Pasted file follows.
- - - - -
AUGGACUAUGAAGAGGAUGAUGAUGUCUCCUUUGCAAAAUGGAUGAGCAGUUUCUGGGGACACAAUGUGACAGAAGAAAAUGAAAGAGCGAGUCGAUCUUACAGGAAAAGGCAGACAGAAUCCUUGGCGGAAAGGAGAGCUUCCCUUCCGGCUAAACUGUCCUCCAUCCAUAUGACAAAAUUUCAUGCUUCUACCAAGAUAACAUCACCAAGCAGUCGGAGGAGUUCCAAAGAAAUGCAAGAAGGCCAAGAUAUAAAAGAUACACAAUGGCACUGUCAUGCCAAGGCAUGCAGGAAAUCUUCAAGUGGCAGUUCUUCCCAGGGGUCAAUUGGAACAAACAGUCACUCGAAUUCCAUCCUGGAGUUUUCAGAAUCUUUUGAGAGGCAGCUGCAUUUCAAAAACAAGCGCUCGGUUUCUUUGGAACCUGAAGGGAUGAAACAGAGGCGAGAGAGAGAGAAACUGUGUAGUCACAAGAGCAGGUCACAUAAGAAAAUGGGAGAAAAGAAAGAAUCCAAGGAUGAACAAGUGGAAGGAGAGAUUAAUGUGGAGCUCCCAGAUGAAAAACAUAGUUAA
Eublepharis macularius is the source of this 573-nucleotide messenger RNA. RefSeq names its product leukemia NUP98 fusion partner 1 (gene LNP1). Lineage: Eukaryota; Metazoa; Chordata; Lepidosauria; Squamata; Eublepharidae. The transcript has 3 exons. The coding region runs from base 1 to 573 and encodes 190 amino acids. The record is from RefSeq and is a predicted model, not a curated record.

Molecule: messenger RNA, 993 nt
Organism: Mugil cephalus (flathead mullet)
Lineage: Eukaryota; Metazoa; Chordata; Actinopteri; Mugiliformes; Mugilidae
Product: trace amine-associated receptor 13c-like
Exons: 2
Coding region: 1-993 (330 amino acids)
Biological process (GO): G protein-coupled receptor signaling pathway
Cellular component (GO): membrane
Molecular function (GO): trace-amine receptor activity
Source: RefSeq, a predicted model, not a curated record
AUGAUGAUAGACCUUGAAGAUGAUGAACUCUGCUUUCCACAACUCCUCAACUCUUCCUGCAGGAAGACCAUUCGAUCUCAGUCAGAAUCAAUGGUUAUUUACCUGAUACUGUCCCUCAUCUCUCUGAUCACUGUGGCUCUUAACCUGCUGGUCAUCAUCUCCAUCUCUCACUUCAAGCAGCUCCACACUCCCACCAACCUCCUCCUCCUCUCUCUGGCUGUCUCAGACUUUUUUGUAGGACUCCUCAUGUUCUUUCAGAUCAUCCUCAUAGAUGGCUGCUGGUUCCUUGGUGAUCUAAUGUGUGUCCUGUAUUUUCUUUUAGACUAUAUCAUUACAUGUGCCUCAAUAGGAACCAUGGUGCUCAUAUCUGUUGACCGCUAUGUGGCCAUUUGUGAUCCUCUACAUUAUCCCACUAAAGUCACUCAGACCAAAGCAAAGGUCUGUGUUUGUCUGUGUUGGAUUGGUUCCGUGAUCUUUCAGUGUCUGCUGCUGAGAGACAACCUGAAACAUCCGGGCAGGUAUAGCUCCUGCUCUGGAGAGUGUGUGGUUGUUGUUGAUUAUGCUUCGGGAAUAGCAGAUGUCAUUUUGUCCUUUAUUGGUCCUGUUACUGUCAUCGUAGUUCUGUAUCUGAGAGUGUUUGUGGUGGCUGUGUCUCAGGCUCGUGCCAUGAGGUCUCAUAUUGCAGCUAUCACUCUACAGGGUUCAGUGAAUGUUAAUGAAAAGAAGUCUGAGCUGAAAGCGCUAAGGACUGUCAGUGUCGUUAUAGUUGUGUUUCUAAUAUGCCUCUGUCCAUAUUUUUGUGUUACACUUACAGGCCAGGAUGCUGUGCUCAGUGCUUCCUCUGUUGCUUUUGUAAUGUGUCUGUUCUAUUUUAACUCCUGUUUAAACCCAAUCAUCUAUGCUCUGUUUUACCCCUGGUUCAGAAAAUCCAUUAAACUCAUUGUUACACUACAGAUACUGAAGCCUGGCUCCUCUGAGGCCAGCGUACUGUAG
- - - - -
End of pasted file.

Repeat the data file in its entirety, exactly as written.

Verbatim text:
AUGGACUAUGAAGAGGAUGAUGAUGUCUCCUUUGCAAAAUGGAUGAGCAGUUUCUGGGGACACAAUGUGACAGAAGAAAAUGAAAGAGCGAGUCGAUCUUACAGGAAAAGGCAGACAGAAUCCUUGGCGGAAAGGAGAGCUUCCCUUCCGGCUAAACUGUCCUCCAUCCAUAUGACAAAAUUUCAUGCUUCUACCAAGAUAACAUCACCAAGCAGUCGGAGGAGUUCCAAAGAAAUGCAAGAAGGCCAAGAUAUAAAAGAUACACAAUGGCACUGUCAUGCCAAGGCAUGCAGGAAAUCUUCAAGUGGCAGUUCUUCCCAGGGGUCAAUUGGAACAAACAGUCACUCGAAUUCCAUCCUGGAGUUUUCAGAAUCUUUUGAGAGGCAGCUGCAUUUCAAAAACAAGCGCUCGGUUUCUUUGGAACCUGAAGGGAUGAAACAGAGGCGAGAGAGAGAGAAACUGUGUAGUCACAAGAGCAGGUCACAUAAGAAAAUGGGAGAAAAGAAAGAAUCCAAGGAUGAACAAGUGGAAGGAGAGAUUAAUGUGGAGCUCCCAGAUGAAAAACAUAGUUAA
Eublepharis macularius is the source of this 573-nucleotide messenger RNA. RefSeq names its product leukemia NUP98 fusion partner 1 (gene LNP1). Lineage: Eukaryota; Metazoa; Chordata; Lepidosauria; Squamata; Eublepharidae. The transcript has 3 exons. The coding region runs from base 1 to 573 and encodes 190 amino acids. The record is from RefSeq and is a predicted model, not a curated record.

Molecule: messenger RNA, 993 nt
Organism: Mugil cephalus (flathead mullet)
Lineage: Eukaryota; Metazoa; Chordata; Actinopteri; Mugiliformes; Mugilidae
Product: trace amine-associated receptor 13c-like
Exons: 2
Coding region: 1-993 (330 amino acids)
Biological process (GO): G protein-coupled receptor signaling pathway
Cellular component (GO): membrane
Molecular function (GO): trace-amine receptor activity
Source: RefSeq, a predicted model, not a curated record
AUGAUGAUAGACCUUGAAGAUGAUGAACUCUGCUUUCCACAACUCCUCAACUCUUCCUGCAGGAAGACCAUUCGAUCUCAGUCAGAAUCAAUGGUUAUUUACCUGAUACUGUCCCUCAUCUCUCUGAUCACUGUGGCUCUUAACCUGCUGGUCAUCAUCUCCAUCUCUCACUUCAAGCAGCUCCACACUCCCACCAACCUCCUCCUCCUCUCUCUGGCUGUCUCAGACUUUUUUGUAGGACUCCUCAUGUUCUUUCAGAUCAUCCUCAUAGAUGGCUGCUGGUUCCUUGGUGAUCUAAUGUGUGUCCUGUAUUUUCUUUUAGACUAUAUCAUUACAUGUGCCUCAAUAGGAACCAUGGUGCUCAUAUCUGUUGACCGCUAUGUGGCCAUUUGUGAUCCUCUACAUUAUCCCACUAAAGUCACUCAGACCAAAGCAAAGGUCUGUGUUUGUCUGUGUUGGAUUGGUUCCGUGAUCUUUCAGUGUCUGCUGCUGAGAGACAACCUGAAACAUCCGGGCAGGUAUAGCUCCUGCUCUGGAGAGUGUGUGGUUGUUGUUGAUUAUGCUUCGGGAAUAGCAGAUGUCAUUUUGUCCUUUAUUGGUCCUGUUACUGUCAUCGUAGUUCUGUAUCUGAGAGUGUUUGUGGUGGCUGUGUCUCAGGCUCGUGCCAUGAGGUCUCAUAUUGCAGCUAUCACUCUACAGGGUUCAGUGAAUGUUAAUGAAAAGAAGUCUGAGCUGAAAGCGCUAAGGACUGUCAGUGUCGUUAUAGUUGUGUUUCUAAUAUGCCUCUGUCCAUAUUUUUGUGUUACACUUACAGGCCAGGAUGCUGUGCUCAGUGCUUCCUCUGUUGCUUUUGUAAUGUGUCUGUUCUAUUUUAACUCCUGUUUAAACCCAAUCAUCUAUGCUCUGUUUUACCCCUGGUUCAGAAAAUCCAUUAAACUCAUUGUUACACUACAGAUACUGAAGCCUGGCUCCUCUGAGGCCAGCGUACUGUAG